$215 thousandand $353 thousandfor the years ended December 31, 2021and 2020, respectively. Additionally, interest income recognized on impaired loans based on payments received approximated to $305 thousandand $351 thousandfor the years ended December 31, 2021and 2020, respectively.
The following table presents the components of net interest income for the three
Summary of Net Interest Income
For the Year Ended December 31, 2021 2020 2019 Average Yield/ Average Yield/ Average Yield/ (dollars in thousands) Balance Interest Cost Balance Interest Cost Balance Interest Cost Assets: Earning assets (2)(3) Loans and leases-taxable (4)
$ 905,237 $ 39,6454.38 % $ 863,702 $ 35,9804.17 % $ 784,124 $ 36,3324.63 % Loans and leases-tax free (4) 45,217 1,777 3.93 47,669 2,070 4.34 45,246 1,881 4.16 Total loans and leases (1)(2) 950,454 41,422 4.36 911,371 38,050 4.18 829,370 38,213 4.61 Securities-taxable 346,204 8,476 2.45 250,881 7,322 2.92 274,739 7,901 2.88 Securities-tax free 83,437 2,641 3.17 51,367 1,738 3.38 4,618 189 4.09 Total securities (1)(5) 429,641 11,117 2.59 302,248 9,060 3.00 279,357 8,090 2.90 Interest-bearing deposits in other banks and federal funds sold (8) 68,932 88 0.13 9,203 28 0.30 7,910 188 2.38 Total earning assets (8) 1,449,027 52,627 3.63 % 1,222,822 47,138 3.85 % 1,116,637 46,491 4.16 % Non-earning assets (8) 129,386 145,227 101,273 Allowance for loan and lease losses (12,311 ) (10,867 ) (9,359 ) Total assets $ 1,566,102 $ 1,357,182 $ 1,208,551Liabilities and Shareholders' Equity: Interest-bearing liabilities Interest-bearing demand deposits $ 764,7981,252 0.16 % $ 611,5112,933 0.48 % $ 513,5424,167 0.81 % Savings deposits 125,022 87 0.07 % 101,847 97 0.10 93,114 124 0.13 Time deposits 176,245 1,169 0.66 % 195,140 2,374 1.22 238,145 3,810 1.60 Total interest-bearing deposits 1,066,065 2,508 0.24 % 908,498 5,404 0.59 844,801 8,101 0.96 Borrowed funds and other interest-bearing liabilities 12,228 197 1.61 51,287 756 1.47 63,640 1,695 2.66 Total interest-bearing liabilities 1,078,293 2,705 0.25 % 959,785 6,160 0.64 % 908,441 9,796 1.08 % Demand deposits 315,181 242,017 164,035 Other liabilities 13,892 11,368 11,395 Shareholders' equity 158,736 144,012 124,680 Total liabilities and shareholders' equity $ 1,566,102 $ 1,357,182 $ 1,208,551Net interest income/interest rate spread (6) (8) 49,922 3.38 % 40,978 3.21 % 36,695 3.08 % Tax equivalent adjustment (928 ) (800 ) (435 ) Net interest income as reported $ 48,994 $ 40,178 $ 36,260Net interest margin (7) (8) 3.45 % 3.35 % 3.29 %
(1) Interest income is presented on a tax-equivalent basis using a 21% rate.
(2) Loans are stated net of unearned income.
(3) Non-accrual loans are included in loans within earning assets.
(4) Interest income on loans includes net loan fees of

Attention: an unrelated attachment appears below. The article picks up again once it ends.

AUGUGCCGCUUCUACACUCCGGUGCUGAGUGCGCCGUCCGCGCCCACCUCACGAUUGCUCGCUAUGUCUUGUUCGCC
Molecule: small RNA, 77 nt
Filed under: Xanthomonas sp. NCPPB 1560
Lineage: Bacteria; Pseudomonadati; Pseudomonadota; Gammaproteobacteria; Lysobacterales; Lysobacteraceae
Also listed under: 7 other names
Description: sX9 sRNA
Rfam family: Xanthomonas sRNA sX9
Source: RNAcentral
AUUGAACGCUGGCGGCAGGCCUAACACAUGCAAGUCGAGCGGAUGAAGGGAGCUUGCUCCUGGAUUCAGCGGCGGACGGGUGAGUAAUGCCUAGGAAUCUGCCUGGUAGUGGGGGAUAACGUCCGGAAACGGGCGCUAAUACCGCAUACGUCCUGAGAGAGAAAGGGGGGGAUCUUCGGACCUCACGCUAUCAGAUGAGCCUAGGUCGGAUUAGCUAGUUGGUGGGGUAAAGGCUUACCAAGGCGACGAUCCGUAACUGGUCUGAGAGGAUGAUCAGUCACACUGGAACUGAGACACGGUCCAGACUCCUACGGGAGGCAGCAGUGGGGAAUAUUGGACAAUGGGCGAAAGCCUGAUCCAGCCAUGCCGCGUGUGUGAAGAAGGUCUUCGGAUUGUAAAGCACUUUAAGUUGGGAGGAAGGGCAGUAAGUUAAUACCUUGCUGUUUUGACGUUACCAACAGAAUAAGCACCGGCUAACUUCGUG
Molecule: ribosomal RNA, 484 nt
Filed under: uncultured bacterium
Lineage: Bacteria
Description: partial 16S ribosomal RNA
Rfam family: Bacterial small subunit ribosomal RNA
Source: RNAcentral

2020, and net loan costs of
(5) The yields for securities that are classified as available for sale are
based on the average historical amortized cost.
(6) Interest rate spread represents the difference between the average yield on
interest-earning assets and the cost of average interest-bearing liabilities
and is presented on a tax equivalent basis.
(7) Net interest income as a percentage of total average interest earning
(8) Information for 2019 includes revisions to average balances to reclassify
certain average deposits in other banks from interest-bearing deposits in
other banks to non-earning assets in the amount of
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The most significant impact on net income between periods is derived from the interaction of changes in the volume and rates earned or paid on interest-earning assets and interest-bearing liabilities. The volume of earning assets, specifically loans and investments, compared to the volume of interest-bearing liabilities represented by deposits and borrowings, combined with the spread, produces the changes in net interest income between periods. The following table summarizes the effect that changes in volumes of earning assets and interest-bearing liabilities and the interest rates earned and paid on these assets and liabilities have on net interest income. The net change or mix component attributable to the combined impact of rate and volume changes has been allocated proportionately to the change due to volume and the change due to rate. Rate Volume Analysis For the Year Ended December 31, 2021 vs. 2020 2020 vs. 2019 Increase (Decrease) Due to Change in Increase (Decrease) Due to Change in (in thousands) Volume Rate Total Volume Rate Total Interest income: Loans and leases-taxable
$ 1,773 $ 1,892 $ 3,665 $ 3,501 $ (3,853 ) $ (352 )Loans and leases-tax free (110 ) (183 ) (293 ) 103 86 189 Total loans and leases 1,663 1,709 3,372 3,604 (3,767 ) (163 ) Securities-taxable 3,097 (1,943 ) 1,154 (695 ) 116 (579 ) Securities-tax free 1,022 (119 ) 903 1,587 (38 ) 1,549 Total securities 4,119 (2,062 ) 2,057 892 78 970 Interest-bearing deposits in other banks and federal funds sold 279 (219 ) 60 35 (195 ) (160 ) Total interest income 6,061 (572 ) 5,489 4,531 (3,884 ) 647 Interest expense: Interest-bearing demand deposits 602 (2,283 ) (1,681 ) 692 (1,926 ) (1,234 ) Savings deposits 19 (29 ) (10 ) 11 (38 ) (27 ) Time deposits (212 ) (993 ) (1,205 ) (617 ) (819 ) (1,436 ) Total interest-bearing deposits 409 (3,305 ) (2,896 ) 86 (2,783 ) (2,697 ) Borrowed funds and other interest-bearing liabilities (623 ) 64 (559 ) (284 ) (655 ) (939 ) Total interest expense (214 ) (3,241 ) (3,455 ) (198 ) (3,438 ) (3,636 ) Net interest income $ 6,275 $ 2,669 $ 8,944 $ 4,729 $ (446 ) $ 4,283